Tree swallow nesting was less active in 2016 than it had been in 2015. Only seven boxes had tree swallow nests this year and only sixteen eggs were observed with just five confirmed fledges (a 31% success rate (compared to a 71% success rate in 2015)). It is possible that the hot, dry summer of 2016 reduced the food supply typically utilized by tree swallows to feed their young (primarily adult forms of insects that have aquatic larvae), or possibly the increased activity of house wrens in the park (described below) interfered with tree swallow nesting and may have even led to the active destruction of both tree swallow eggs and nestlings.
In 2016, three of our nest boxes had chickadee nests (in 2015 only one box had a chickadee nest). We observed a total of fifteen chickadee eggs and four confirmed fledges (a 27% success rate). All chickadee nesting was in May and early June. Two of this year’s chickadee nests were raided by nest predators (accounting for the eleven failed eggs).
In 2016, nine of our nesting boxes had house wren nests (no boxes from 2015 had house wren nests). Thirty-four eggs leading to twenty-three fledges were observed in these nests (a 68% success rate). Six of the nine house wren nesting boxes had been previously utilized (and nested in) by bluebirds (4 boxes) and chickadees (2 boxes).
House wrens and bluebirds have many similar nesting characteristics: they tend to nest in two seasonal cohorts (early spring (May) and late summer (July/August) and they tend to select nesting sites no more than 50 to 100 feet from a wooded edge. Possibly our box relocation project moved a significant number of our boxes into nesting sites also preferred by house wrens.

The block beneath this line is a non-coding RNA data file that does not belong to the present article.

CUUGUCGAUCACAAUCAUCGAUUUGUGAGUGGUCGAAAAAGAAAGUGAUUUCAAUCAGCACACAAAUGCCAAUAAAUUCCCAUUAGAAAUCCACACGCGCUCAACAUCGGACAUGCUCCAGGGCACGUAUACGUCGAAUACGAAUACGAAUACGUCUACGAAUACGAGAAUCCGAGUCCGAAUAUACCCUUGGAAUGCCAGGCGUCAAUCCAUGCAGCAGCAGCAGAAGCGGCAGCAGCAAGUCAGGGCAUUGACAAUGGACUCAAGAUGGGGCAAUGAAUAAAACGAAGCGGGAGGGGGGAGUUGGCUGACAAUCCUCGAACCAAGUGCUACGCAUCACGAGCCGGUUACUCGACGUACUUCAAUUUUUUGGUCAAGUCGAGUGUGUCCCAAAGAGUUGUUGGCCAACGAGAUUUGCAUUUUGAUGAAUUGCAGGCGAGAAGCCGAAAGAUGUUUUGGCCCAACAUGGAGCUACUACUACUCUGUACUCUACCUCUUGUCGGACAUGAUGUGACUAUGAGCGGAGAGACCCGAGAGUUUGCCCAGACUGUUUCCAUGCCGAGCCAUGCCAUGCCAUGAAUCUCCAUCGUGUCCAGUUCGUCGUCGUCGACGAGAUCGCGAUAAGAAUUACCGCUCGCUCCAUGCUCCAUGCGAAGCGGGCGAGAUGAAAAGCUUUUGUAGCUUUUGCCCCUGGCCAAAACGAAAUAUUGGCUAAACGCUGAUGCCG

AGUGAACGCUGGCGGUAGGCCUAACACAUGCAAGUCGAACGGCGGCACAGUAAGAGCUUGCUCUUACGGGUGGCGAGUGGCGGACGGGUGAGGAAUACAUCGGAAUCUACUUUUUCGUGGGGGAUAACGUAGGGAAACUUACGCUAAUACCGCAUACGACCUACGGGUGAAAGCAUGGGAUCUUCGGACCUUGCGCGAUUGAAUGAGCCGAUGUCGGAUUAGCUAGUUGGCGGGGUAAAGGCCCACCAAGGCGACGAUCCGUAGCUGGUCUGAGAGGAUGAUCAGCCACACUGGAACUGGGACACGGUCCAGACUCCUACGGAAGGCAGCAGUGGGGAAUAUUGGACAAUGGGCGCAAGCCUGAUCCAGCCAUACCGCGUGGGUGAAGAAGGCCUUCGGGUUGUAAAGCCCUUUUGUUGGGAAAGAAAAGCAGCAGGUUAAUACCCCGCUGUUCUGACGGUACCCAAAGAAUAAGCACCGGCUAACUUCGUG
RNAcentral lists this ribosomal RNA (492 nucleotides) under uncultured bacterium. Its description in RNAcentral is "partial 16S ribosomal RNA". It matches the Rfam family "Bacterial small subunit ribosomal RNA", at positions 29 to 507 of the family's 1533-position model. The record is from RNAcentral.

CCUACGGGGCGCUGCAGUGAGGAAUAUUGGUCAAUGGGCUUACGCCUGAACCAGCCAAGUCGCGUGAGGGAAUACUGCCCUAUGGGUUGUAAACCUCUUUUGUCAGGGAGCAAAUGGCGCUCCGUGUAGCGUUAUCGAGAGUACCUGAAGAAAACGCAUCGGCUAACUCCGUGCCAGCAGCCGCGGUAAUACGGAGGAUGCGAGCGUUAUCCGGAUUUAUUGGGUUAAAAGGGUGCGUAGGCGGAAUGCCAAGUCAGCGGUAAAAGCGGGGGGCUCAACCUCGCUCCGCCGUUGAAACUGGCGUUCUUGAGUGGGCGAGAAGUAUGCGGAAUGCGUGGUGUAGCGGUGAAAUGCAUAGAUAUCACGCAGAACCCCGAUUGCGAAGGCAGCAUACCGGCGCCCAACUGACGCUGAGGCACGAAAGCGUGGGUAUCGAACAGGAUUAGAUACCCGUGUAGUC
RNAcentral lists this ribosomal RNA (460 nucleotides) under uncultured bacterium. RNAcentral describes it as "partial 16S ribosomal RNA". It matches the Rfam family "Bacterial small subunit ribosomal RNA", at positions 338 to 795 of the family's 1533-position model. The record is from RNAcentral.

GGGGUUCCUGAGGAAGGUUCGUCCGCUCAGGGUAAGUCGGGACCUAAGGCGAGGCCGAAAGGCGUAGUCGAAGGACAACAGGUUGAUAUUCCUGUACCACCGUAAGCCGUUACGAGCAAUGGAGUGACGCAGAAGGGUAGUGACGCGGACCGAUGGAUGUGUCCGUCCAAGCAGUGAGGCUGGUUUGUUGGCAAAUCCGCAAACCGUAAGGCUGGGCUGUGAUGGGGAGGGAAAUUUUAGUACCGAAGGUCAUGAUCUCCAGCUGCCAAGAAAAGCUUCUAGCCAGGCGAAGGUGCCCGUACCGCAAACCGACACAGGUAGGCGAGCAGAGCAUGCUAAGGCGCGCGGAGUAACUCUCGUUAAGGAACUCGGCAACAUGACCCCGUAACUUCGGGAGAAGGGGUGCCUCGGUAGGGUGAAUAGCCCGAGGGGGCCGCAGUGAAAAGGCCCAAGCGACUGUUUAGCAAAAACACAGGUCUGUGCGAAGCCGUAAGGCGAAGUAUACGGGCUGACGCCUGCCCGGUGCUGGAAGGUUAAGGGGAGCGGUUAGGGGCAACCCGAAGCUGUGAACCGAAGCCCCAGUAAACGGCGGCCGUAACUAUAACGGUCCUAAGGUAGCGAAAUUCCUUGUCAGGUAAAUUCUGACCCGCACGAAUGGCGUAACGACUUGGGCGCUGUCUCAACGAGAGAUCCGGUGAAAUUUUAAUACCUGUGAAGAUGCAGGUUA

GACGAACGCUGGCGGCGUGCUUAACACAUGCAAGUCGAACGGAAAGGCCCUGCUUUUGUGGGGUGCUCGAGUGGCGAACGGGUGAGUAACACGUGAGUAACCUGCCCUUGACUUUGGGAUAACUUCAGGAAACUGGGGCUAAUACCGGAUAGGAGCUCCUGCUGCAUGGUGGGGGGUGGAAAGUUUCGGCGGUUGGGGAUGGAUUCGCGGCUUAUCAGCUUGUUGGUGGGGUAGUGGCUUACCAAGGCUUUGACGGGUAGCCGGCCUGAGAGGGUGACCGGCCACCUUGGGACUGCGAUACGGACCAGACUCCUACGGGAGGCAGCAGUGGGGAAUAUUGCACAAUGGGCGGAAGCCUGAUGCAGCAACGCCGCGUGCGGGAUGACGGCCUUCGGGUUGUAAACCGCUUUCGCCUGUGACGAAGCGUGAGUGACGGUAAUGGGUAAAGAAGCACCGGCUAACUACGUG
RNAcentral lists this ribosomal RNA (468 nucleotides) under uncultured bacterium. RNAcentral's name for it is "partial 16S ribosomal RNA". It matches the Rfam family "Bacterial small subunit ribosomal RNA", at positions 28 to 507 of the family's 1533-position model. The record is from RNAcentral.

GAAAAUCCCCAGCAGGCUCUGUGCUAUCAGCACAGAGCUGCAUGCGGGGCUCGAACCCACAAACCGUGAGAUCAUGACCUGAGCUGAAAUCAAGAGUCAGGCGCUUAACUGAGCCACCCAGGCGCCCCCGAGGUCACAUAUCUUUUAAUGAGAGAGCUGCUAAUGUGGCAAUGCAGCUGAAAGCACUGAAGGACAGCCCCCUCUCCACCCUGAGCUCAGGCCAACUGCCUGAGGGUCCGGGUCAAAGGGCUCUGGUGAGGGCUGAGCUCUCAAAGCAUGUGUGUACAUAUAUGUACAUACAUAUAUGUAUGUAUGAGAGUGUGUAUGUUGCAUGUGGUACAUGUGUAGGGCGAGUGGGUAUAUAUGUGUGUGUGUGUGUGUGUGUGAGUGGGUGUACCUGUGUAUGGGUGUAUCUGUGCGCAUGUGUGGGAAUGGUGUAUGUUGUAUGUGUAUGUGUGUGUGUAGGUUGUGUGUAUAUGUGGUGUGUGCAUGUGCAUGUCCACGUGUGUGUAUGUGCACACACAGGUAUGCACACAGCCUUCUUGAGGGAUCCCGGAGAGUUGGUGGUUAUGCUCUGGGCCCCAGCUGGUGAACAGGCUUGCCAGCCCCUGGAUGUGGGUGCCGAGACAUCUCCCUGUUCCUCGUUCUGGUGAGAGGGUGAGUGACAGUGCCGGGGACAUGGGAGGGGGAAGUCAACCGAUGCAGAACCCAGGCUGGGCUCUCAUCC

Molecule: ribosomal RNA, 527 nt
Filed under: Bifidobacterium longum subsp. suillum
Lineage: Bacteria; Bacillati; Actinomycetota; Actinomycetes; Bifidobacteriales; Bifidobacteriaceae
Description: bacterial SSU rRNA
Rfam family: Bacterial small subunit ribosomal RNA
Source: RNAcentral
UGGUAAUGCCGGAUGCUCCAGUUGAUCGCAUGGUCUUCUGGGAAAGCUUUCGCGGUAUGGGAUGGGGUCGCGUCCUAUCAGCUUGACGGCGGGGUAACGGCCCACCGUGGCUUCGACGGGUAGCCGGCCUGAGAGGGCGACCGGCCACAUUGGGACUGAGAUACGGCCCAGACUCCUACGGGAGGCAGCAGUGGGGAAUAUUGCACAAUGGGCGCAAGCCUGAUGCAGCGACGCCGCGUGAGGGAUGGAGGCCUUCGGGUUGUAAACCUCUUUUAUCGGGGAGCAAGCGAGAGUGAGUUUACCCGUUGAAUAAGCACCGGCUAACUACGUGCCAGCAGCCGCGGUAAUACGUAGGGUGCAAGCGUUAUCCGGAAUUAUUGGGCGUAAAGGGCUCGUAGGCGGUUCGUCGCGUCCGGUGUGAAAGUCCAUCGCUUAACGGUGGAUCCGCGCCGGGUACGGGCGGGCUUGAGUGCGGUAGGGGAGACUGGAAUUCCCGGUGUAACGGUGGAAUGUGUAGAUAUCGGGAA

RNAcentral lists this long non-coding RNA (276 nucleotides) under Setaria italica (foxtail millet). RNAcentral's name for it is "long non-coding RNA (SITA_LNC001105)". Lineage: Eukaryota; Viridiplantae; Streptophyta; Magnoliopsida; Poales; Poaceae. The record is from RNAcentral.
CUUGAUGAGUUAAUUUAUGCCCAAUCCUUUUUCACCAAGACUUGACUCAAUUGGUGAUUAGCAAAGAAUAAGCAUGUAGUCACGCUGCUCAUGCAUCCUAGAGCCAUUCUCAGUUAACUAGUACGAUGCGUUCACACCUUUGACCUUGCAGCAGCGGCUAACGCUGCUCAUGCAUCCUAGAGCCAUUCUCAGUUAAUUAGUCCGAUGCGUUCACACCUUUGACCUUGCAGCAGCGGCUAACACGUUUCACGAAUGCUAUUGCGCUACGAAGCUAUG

House wrens are one of the most common causes of nest failure in bluebirds, tree swallows and chickadees. They destroy eggs, kill nestlings, and even kill adult birds (typically then throwing the broken eggs or dead birds from the invaded nest so that they can start their own nesting cycle). Also, male house wrens attempt to attract females by building numerous “dummy nests” (piles of sticks sometimes stacked up on the active nests of other birds!). These dummy nests are an important sign of house wren activity and can be used to thwart house wren nest invasion. Since these dummy nests contain no eggs, they can be removed from the nest boxes without violating the Migratory Bird Treaty’s protections of native bird species. Prompt removal of these stick piles may keep a male house wren occupied in re-building the displays rather than getting down to actual reproduction.
Also, the literature on “wren guards” (various nest box modifications that are designed to repel house wren nest box invaders) stresses that it is the visual cues of the nesting birds entering and leaving a nest box that are the critical stimulations that then trigger the house wrens to attack the active nest. Possibly, turning all house wren utilized nest boxes to point their openings away from the surrounding woods (where the house wrens spend much of their time foraging for food and hiding in the covering vegetation) would make the visualization of the nesting birds entering and leaving the nest box less apparent and decrease the rate of house wren infestation.
So, we had a successful season! We fledged out lots of bluebirds but fewer tree swallows, but we have also, possibly, set up a potential plague of nest-preying house wrens! Next year, we’ll try to reduce the house wren activity and keep our bluebird numbers high! I will let you know how 2017 plays out!